A Swiss retreat with a decadent spa

Andermatt
Andermatt: a favourite of The King – and a former queen

Queen Victoria and Elvis Presley both fell in love with Andermatt. For them, the tiny Swiss village in the Lepontine Alps, population 1,355, was the perfect destination. But despite its former popularity (and apparent ability to appeal to both real and musical royalty), Andermatt faded into obscurity – that is, until Egyptian billionaire property-developer Samih Sawiris came along.

Sawiris has pledged to spend £1.3bn on transforming the former garrison town into a ski resort to compete with Swiss rivals Verbier and Saint Moritz. Once finished, it will feature six four- and five-star hotels, roughly 500 apartments and an 18-hole golf course, not to mention the ski slopes and facilities. The small town is made up of a cluster of chalet-type buildings in the Urseren valley, overlooked by Gemsstock mountain and ski slopes that crisscross the peaks. If you go for a wander through Andermatt, perhaps stopping at a café or outdoor-activity shop, you are likely to hear people speaking Swiss German, Italian (due to its proximity to the Italian border), or even Romansch, a language spoken by just 70,000 people in the neighbouring canton of Graübunden.

On the first day, my guide and I took the cable car up Gemsstock to admire the view of the Alps. Though the scenery was fantastic, the two paragliders who were taking off from the mountain as we arrived undoubtedly experienced even better views. Lunch was at a mountainside café, where we ate traditional sage and artichoke ravioli, along with “Rivella”, a Swiss soft drink produced from milk whey.

Once you’ve had enough of wholesome activities out in the fresh air, you could do worse than head into the five-star Chedi Andermatt hotel, named Hotel of the Year 2017 by the Gault & Millau restaurant guide. The hotel’s interior is packed with dark wood and luxurious suites, as well as a wine and cigar library, though I was most impressed by the floor-to-ceiling cheese room.

The hotel’s spa is incredibly decadent. There is an indoor and outdoor pool, and upon padding into the room in soft slippers and a robe, you are met with a platter of sliced fruit and a shot glass of smoothie. Alongside a sauna and steam room is a pleasingly unnecessary number of pools of differing temperatures and sizes, all inside a peacefully muted (both in light and sound) room. Finish up with a meal at Chedi’s much-celebrated Asian restaurant. The food was all wonderful, although the cocktail I ordered was so trendy and baffling I had to ask the waitress how to drink it.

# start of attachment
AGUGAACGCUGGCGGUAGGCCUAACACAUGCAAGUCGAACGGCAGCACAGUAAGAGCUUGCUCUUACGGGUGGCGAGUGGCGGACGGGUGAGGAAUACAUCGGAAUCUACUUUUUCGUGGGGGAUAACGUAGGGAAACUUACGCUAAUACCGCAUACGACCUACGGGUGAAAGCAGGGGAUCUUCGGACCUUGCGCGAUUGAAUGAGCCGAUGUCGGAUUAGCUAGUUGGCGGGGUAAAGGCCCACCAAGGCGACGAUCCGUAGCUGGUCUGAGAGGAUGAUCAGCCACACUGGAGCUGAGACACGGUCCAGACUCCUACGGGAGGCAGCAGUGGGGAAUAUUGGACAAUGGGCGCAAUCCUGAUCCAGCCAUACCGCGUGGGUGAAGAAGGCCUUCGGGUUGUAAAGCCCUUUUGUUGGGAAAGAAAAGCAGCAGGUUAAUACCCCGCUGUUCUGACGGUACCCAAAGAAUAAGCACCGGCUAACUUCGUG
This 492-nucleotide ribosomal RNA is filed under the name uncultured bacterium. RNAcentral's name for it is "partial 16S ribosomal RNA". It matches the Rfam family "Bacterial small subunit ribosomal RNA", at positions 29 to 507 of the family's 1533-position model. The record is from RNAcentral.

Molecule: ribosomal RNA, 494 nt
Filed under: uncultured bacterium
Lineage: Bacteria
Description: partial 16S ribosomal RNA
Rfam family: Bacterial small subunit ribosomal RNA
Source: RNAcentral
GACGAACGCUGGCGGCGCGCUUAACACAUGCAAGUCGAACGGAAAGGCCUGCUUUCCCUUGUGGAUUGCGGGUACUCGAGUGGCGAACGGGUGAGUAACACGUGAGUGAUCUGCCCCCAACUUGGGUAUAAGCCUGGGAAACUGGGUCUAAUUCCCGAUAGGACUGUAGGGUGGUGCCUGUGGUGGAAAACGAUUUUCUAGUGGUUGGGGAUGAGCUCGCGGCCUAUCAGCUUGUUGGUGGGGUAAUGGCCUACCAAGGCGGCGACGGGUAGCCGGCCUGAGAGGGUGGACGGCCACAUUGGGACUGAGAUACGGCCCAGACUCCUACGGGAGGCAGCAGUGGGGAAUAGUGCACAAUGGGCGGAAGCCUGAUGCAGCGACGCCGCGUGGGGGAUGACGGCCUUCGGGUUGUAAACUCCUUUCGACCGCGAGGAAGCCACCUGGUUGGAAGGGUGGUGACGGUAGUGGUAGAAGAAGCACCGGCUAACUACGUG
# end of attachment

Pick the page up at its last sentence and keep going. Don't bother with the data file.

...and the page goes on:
My final day began with a walking tour that took us out of the town into the surrounding hills. My tour guide was impressively knowledgeable about the region’s history, telling me stories of how the Urseren valley was first formed – the area was populated as far back as 4,000 BC – and how legend goes that the townspeople once bargained with the devil in exchange for a bridge that allowed people to travel through Andermatt to the other side of the Alps. Holidaymakers with slightly more modern interests might prefer to visit the town’s petrol station, which appeared in the 1964 James Bond film Goldfinger.

Rooms at the Chedi Andermatt hotel (TheChediAndermatt.com/en) start at CHF450 (around £350) a night; or you can rent one of the privately owned apartments from CHF155 (around £120) a night. Prices for buying individual apartments in the resort start from CHF390,000 (around £300,000) and CHF9,000 (£7,000) per square metre (Andermatt-SwissAlps.ch/en).

A 600-year-old tradition lives on

Andermatt Woldmanndli

Once a year in Andermatt, a procession of men dressed in jute bags leaves the Gurschen Forest and enters the town, blowing goat horns and ringing cowbells. These are the Woldmanndli, or “men of the forest”, continuing the 600-year-old annual tradition of declaring the woodland, which divides the town from the mountains above, an “avalanche protection forest”. The declaration, first made in 1397, threatened “extreme penalties” for anyone who took anything from the forest – you could not even take the rowanberries or pine cones. This year’s Men of the Forest festival will take place on 21 October.